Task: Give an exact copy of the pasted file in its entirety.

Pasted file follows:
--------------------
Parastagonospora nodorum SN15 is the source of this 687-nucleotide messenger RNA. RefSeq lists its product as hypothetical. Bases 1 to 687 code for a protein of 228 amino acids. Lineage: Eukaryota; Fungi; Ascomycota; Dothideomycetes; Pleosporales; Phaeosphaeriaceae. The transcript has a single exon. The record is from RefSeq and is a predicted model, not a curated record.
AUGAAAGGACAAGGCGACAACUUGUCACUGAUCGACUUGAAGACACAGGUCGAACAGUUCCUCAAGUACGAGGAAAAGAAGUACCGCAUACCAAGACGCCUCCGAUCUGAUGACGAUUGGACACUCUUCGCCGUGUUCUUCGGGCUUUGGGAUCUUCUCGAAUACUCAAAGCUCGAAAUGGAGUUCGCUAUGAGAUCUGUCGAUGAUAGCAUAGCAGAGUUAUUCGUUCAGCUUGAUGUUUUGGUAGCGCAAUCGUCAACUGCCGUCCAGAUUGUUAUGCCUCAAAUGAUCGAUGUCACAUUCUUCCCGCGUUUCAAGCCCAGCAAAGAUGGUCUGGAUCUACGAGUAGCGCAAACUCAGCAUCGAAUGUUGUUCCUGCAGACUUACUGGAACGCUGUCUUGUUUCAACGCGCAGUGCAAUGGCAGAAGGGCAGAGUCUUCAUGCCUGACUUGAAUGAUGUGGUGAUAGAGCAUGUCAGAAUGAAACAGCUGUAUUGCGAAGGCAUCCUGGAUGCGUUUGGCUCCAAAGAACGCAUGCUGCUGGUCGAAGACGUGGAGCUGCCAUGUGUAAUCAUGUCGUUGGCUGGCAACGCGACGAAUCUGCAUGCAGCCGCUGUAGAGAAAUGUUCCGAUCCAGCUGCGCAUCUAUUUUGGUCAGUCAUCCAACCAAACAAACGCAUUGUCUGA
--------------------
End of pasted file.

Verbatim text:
Parastagonospora nodorum SN15 is the source of this 687-nucleotide messenger RNA. RefSeq lists its product as hypothetical. Bases 1 to 687 code for a protein of 228 amino acids. Lineage: Eukaryota; Fungi; Ascomycota; Dothideomycetes; Pleosporales; Phaeosphaeriaceae. The transcript has a single exon. The record is from RefSeq and is a predicted model, not a curated record.
AUGAAAGGACAAGGCGACAACUUGUCACUGAUCGACUUGAAGACACAGGUCGAACAGUUCCUCAAGUACGAGGAAAAGAAGUACCGCAUACCAAGACGCCUCCGAUCUGAUGACGAUUGGACACUCUUCGCCGUGUUCUUCGGGCUUUGGGAUCUUCUCGAAUACUCAAAGCUCGAAAUGGAGUUCGCUAUGAGAUCUGUCGAUGAUAGCAUAGCAGAGUUAUUCGUUCAGCUUGAUGUUUUGGUAGCGCAAUCGUCAACUGCCGUCCAGAUUGUUAUGCCUCAAAUGAUCGAUGUCACAUUCUUCCCGCGUUUCAAGCCCAGCAAAGAUGGUCUGGAUCUACGAGUAGCGCAAACUCAGCAUCGAAUGUUGUUCCUGCAGACUUACUGGAACGCUGUCUUGUUUCAACGCGCAGUGCAAUGGCAGAAGGGCAGAGUCUUCAUGCCUGACUUGAAUGAUGUGGUGAUAGAGCAUGUCAGAAUGAAACAGCUGUAUUGCGAAGGCAUCCUGGAUGCGUUUGGCUCCAAAGAACGCAUGCUGCUGGUCGAAGACGUGGAGCUGCCAUGUGUAAUCAUGUCGUUGGCUGGCAACGCGACGAAUCUGCAUGCAGCCGCUGUAGAGAAAUGUUCCGAUCCAGCUGCGCAUCUAUUUUGGUCAGUCAUCCAACCAAACAAACGCAUUGUCUGA